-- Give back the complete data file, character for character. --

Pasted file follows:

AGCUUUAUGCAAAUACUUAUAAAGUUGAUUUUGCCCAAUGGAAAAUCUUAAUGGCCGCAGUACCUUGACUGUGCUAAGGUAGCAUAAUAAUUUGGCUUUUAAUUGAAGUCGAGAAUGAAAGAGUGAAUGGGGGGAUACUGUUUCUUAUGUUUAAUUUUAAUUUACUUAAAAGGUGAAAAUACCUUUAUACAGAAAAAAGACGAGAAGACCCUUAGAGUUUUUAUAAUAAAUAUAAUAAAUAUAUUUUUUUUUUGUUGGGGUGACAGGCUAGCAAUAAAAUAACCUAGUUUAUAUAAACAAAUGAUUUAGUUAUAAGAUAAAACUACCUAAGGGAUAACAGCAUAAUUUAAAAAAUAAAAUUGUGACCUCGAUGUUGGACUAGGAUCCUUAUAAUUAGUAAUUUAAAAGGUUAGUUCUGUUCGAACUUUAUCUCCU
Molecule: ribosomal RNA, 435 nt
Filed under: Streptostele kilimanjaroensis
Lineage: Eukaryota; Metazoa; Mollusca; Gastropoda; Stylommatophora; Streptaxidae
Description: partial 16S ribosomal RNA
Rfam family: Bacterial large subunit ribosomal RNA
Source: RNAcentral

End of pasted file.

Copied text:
AGCUUUAUGCAAAUACUUAUAAAGUUGAUUUUGCCCAAUGGAAAAUCUUAAUGGCCGCAGUACCUUGACUGUGCUAAGGUAGCAUAAUAAUUUGGCUUUUAAUUGAAGUCGAGAAUGAAAGAGUGAAUGGGGGGAUACUGUUUCUUAUGUUUAAUUUUAAUUUACUUAAAAGGUGAAAAUACCUUUAUACAGAAAAAAGACGAGAAGACCCUUAGAGUUUUUAUAAUAAAUAUAAUAAAUAUAUUUUUUUUUUGUUGGGGUGACAGGCUAGCAAUAAAAUAACCUAGUUUAUAUAAACAAAUGAUUUAGUUAUAAGAUAAAACUACCUAAGGGAUAACAGCAUAAUUUAAAAAAUAAAAUUGUGACCUCGAUGUUGGACUAGGAUCCUUAUAAUUAGUAAUUUAAAAGGUUAGUUCUGUUCGAACUUUAUCUCCU
Molecule: ribosomal RNA, 435 nt
Filed under: Streptostele kilimanjaroensis
Lineage: Eukaryota; Metazoa; Mollusca; Gastropoda; Stylommatophora; Streptaxidae
Description: partial 16S ribosomal RNA
Rfam family: Bacterial large subunit ribosomal RNA
Source: RNAcentral